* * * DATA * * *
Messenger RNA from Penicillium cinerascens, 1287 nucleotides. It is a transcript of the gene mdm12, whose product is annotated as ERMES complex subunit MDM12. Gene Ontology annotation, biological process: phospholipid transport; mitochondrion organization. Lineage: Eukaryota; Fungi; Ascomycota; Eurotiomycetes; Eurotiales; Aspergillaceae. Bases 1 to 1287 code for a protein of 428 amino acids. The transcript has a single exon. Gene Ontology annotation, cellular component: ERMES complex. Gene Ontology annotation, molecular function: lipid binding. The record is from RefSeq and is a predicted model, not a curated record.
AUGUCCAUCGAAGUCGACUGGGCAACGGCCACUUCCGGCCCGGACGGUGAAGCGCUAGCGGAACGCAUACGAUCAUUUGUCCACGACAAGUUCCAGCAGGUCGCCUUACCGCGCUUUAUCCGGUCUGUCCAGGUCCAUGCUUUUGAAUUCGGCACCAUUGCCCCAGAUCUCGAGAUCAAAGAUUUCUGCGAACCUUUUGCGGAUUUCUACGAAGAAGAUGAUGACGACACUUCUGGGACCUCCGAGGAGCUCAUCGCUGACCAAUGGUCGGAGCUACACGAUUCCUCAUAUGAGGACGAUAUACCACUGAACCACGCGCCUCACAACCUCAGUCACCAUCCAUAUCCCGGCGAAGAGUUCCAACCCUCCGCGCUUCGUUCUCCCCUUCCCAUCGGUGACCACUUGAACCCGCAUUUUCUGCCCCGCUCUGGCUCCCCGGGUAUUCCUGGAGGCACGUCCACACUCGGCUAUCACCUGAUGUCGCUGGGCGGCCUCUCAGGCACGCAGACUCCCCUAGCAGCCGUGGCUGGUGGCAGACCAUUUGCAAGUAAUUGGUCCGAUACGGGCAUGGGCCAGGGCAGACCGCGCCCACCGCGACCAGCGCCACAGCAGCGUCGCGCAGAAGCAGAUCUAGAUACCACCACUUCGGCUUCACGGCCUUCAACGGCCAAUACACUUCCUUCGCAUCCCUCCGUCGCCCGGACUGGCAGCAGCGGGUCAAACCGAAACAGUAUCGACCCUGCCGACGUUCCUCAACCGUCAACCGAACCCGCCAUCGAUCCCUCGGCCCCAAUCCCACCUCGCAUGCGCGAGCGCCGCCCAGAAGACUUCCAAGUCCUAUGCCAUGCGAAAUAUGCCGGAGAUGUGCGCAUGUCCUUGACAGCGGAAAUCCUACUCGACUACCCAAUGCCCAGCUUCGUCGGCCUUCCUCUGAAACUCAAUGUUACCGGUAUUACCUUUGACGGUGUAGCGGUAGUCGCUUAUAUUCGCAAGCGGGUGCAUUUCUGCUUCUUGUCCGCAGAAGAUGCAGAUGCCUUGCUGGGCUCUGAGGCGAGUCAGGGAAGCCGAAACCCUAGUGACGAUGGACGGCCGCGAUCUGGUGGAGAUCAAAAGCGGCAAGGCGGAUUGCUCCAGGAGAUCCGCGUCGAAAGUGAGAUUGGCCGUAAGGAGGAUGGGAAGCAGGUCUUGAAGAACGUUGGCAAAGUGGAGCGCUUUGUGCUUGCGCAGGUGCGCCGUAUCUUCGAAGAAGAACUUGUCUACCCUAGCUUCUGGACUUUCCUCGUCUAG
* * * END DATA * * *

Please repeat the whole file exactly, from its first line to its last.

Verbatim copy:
Messenger RNA from Penicillium cinerascens, 1287 nucleotides. It is a transcript of the gene mdm12, whose product is annotated as ERMES complex subunit MDM12. Gene Ontology annotation, biological process: phospholipid transport; mitochondrion organization. Lineage: Eukaryota; Fungi; Ascomycota; Eurotiomycetes; Eurotiales; Aspergillaceae. Bases 1 to 1287 code for a protein of 428 amino acids. The transcript has a single exon. Gene Ontology annotation, cellular component: ERMES complex. Gene Ontology annotation, molecular function: lipid binding. The record is from RefSeq and is a predicted model, not a curated record.
AUGUCCAUCGAAGUCGACUGGGCAACGGCCACUUCCGGCCCGGACGGUGAAGCGCUAGCGGAACGCAUACGAUCAUUUGUCCACGACAAGUUCCAGCAGGUCGCCUUACCGCGCUUUAUCCGGUCUGUCCAGGUCCAUGCUUUUGAAUUCGGCACCAUUGCCCCAGAUCUCGAGAUCAAAGAUUUCUGCGAACCUUUUGCGGAUUUCUACGAAGAAGAUGAUGACGACACUUCUGGGACCUCCGAGGAGCUCAUCGCUGACCAAUGGUCGGAGCUACACGAUUCCUCAUAUGAGGACGAUAUACCACUGAACCACGCGCCUCACAACCUCAGUCACCAUCCAUAUCCCGGCGAAGAGUUCCAACCCUCCGCGCUUCGUUCUCCCCUUCCCAUCGGUGACCACUUGAACCCGCAUUUUCUGCCCCGCUCUGGCUCCCCGGGUAUUCCUGGAGGCACGUCCACACUCGGCUAUCACCUGAUGUCGCUGGGCGGCCUCUCAGGCACGCAGACUCCCCUAGCAGCCGUGGCUGGUGGCAGACCAUUUGCAAGUAAUUGGUCCGAUACGGGCAUGGGCCAGGGCAGACCGCGCCCACCGCGACCAGCGCCACAGCAGCGUCGCGCAGAAGCAGAUCUAGAUACCACCACUUCGGCUUCACGGCCUUCAACGGCCAAUACACUUCCUUCGCAUCCCUCCGUCGCCCGGACUGGCAGCAGCGGGUCAAACCGAAACAGUAUCGACCCUGCCGACGUUCCUCAACCGUCAACCGAACCCGCCAUCGAUCCCUCGGCCCCAAUCCCACCUCGCAUGCGCGAGCGCCGCCCAGAAGACUUCCAAGUCCUAUGCCAUGCGAAAUAUGCCGGAGAUGUGCGCAUGUCCUUGACAGCGGAAAUCCUACUCGACUACCCAAUGCCCAGCUUCGUCGGCCUUCCUCUGAAACUCAAUGUUACCGGUAUUACCUUUGACGGUGUAGCGGUAGUCGCUUAUAUUCGCAAGCGGGUGCAUUUCUGCUUCUUGUCCGCAGAAGAUGCAGAUGCCUUGCUGGGCUCUGAGGCGAGUCAGGGAAGCCGAAACCCUAGUGACGAUGGACGGCCGCGAUCUGGUGGAGAUCAAAAGCGGCAAGGCGGAUUGCUCCAGGAGAUCCGCGUCGAAAGUGAGAUUGGCCGUAAGGAGGAUGGGAAGCAGGUCUUGAAGAACGUUGGCAAAGUGGAGCGCUUUGUGCUUGCGCAGGUGCGCCGUAUCUUCGAAGAAGAACUUGUCUACCCUAGCUUCUGGACUUUCCUCGUCUAG